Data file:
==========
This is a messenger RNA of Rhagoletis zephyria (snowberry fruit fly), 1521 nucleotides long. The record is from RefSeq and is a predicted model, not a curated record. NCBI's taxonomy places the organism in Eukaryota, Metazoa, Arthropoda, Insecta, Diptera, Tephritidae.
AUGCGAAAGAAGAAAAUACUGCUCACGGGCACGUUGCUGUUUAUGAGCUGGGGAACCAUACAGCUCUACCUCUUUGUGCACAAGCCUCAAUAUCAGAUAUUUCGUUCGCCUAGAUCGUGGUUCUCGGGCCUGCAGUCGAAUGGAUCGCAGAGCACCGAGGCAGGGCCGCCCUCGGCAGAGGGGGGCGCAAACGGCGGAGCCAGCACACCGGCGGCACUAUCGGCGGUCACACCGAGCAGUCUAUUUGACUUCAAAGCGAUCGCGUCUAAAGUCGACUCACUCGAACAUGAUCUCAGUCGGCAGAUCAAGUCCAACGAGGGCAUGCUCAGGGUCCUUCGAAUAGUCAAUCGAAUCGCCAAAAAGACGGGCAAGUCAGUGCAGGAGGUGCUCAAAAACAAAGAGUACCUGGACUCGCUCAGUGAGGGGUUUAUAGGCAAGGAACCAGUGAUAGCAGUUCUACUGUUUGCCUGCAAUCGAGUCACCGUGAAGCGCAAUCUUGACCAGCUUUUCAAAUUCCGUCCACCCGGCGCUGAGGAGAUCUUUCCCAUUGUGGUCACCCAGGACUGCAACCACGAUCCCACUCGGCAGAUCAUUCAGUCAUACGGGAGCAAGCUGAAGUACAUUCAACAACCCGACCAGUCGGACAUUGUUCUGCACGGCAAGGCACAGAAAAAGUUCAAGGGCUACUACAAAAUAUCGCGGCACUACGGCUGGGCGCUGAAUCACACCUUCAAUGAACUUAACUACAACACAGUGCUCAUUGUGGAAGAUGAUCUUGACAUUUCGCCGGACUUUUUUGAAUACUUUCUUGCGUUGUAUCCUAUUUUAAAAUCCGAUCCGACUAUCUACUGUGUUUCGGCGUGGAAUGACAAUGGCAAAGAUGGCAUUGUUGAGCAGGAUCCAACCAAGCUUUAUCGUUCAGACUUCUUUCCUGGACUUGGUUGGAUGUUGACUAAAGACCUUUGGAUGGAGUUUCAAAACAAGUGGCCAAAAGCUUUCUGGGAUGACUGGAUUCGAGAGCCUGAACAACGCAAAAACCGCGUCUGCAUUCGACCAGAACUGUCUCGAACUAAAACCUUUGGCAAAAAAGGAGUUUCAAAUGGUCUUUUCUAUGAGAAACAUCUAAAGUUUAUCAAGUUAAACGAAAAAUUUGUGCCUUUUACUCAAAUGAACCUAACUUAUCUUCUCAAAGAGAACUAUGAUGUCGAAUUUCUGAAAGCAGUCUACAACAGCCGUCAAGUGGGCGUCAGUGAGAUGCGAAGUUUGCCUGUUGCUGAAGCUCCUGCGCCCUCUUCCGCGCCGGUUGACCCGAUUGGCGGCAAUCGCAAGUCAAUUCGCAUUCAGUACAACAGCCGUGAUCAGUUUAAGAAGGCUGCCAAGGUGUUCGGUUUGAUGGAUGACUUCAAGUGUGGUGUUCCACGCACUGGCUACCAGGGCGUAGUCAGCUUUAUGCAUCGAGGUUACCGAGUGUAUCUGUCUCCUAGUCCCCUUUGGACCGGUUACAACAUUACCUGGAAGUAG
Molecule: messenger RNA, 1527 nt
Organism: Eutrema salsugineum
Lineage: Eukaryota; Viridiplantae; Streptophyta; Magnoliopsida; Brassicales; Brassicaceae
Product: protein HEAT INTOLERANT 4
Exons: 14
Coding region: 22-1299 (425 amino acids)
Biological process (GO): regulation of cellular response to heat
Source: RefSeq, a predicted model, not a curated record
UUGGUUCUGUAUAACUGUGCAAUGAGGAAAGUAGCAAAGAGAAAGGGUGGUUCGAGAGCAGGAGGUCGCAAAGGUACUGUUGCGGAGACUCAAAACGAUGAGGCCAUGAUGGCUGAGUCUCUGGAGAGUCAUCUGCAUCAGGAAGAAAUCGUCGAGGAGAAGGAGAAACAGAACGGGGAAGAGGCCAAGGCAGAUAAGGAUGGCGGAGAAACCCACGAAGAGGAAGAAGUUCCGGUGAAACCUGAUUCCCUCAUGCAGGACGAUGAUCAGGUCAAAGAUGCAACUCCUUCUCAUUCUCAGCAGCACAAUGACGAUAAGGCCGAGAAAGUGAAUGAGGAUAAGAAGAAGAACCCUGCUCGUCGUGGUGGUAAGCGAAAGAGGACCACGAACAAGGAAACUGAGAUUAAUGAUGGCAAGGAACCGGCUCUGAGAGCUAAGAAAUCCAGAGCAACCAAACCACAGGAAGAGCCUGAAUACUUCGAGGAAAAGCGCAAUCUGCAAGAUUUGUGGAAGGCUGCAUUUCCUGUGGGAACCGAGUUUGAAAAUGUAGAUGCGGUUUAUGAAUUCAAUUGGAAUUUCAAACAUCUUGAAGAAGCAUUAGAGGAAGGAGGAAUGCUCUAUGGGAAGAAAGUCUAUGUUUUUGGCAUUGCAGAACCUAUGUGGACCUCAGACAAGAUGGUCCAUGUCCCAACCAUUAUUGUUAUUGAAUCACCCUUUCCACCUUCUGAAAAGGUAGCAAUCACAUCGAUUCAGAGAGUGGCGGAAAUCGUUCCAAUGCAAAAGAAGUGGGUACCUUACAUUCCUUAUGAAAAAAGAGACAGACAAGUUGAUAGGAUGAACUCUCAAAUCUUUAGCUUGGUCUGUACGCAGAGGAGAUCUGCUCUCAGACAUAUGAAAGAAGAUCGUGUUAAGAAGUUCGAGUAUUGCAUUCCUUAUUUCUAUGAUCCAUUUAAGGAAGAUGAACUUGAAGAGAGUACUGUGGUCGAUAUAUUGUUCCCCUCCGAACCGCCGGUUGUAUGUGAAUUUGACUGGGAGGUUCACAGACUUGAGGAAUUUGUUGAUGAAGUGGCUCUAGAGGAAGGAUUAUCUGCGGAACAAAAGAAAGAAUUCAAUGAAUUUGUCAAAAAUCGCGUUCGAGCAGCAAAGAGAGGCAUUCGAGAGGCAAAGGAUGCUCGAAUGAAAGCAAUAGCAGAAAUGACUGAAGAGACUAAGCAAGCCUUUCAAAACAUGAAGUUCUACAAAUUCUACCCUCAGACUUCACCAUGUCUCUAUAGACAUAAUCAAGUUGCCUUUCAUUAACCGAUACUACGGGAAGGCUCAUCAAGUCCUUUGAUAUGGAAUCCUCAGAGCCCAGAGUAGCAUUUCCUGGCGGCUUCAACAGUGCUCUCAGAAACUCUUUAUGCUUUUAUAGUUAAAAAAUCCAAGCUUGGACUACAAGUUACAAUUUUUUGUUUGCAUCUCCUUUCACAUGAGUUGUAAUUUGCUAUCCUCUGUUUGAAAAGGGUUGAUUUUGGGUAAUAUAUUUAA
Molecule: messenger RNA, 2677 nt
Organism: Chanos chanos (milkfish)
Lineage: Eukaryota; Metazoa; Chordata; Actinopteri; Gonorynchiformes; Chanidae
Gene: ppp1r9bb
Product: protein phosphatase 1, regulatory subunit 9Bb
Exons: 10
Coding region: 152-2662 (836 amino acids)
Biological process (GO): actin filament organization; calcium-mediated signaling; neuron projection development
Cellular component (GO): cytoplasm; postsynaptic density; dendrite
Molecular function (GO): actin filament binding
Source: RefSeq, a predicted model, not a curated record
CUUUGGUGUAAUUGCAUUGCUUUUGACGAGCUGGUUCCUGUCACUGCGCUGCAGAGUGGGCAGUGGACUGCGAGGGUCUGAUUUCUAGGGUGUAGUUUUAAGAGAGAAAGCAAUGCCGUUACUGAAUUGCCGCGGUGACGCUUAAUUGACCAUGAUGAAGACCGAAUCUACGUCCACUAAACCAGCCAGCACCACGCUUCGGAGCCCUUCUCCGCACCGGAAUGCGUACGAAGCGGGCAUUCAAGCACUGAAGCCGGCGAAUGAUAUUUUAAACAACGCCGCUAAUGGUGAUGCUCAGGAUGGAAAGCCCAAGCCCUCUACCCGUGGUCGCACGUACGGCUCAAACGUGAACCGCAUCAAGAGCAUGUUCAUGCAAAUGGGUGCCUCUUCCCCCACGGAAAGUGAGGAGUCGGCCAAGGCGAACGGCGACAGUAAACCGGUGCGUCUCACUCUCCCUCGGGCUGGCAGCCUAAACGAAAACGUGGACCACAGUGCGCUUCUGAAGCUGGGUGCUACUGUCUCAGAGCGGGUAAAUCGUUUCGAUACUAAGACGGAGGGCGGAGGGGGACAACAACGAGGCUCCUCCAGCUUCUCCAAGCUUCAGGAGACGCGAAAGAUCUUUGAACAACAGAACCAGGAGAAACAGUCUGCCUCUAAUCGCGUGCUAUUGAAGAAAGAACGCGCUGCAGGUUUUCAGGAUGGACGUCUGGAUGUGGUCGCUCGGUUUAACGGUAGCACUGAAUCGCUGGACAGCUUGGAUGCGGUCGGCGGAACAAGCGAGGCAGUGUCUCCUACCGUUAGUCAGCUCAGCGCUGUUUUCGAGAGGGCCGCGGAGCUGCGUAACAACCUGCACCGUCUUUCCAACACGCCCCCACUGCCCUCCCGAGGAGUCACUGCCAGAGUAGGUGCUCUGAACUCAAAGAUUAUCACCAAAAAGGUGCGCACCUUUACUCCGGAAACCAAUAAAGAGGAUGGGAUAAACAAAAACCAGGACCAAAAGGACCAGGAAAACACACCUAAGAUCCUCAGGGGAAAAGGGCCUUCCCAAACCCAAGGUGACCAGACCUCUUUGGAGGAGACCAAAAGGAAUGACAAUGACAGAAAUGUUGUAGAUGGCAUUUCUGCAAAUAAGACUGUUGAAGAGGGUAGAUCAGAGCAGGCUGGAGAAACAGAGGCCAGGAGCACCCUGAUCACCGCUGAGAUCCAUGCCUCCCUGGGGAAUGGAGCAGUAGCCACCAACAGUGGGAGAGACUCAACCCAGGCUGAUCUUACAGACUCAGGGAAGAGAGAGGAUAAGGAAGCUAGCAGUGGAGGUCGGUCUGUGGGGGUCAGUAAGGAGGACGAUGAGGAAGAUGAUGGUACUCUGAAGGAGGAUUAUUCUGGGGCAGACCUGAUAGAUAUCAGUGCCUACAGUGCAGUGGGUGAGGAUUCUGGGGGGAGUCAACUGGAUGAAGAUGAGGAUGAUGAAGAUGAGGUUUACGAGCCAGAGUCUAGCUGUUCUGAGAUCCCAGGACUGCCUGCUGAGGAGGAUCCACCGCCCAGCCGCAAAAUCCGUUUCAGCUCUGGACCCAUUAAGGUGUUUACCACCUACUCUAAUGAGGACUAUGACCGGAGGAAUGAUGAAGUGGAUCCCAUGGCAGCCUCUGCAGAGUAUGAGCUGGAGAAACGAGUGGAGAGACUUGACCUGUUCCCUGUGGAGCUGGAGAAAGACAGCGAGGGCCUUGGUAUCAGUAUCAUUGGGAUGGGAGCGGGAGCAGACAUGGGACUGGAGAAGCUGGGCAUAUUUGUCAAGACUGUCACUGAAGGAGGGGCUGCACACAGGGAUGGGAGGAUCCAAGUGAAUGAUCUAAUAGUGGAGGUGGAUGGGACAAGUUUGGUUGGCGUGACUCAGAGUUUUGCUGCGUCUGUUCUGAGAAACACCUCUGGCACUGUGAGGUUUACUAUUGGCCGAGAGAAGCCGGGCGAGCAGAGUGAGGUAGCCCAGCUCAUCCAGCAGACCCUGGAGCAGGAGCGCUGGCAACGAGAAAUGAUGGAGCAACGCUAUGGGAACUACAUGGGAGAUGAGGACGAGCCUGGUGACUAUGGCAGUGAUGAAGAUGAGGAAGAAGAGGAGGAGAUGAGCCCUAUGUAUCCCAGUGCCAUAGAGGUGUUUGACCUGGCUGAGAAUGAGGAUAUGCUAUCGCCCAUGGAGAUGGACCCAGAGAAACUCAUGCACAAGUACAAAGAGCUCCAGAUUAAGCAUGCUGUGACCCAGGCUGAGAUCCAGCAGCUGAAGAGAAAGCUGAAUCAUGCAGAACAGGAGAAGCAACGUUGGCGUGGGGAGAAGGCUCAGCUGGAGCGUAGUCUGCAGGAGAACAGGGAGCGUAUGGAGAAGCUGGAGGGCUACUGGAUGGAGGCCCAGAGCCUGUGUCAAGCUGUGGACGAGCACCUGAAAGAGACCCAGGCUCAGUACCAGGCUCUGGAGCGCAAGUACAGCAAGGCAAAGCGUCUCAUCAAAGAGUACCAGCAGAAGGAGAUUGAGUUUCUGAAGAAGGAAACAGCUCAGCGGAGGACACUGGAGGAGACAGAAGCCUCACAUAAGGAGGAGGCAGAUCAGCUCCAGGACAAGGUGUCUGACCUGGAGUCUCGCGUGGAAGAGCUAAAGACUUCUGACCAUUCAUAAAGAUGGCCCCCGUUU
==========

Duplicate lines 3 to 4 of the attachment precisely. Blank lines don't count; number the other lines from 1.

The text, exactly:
Molecule: messenger RNA, 1527 nt
Organism: Eutrema salsugineum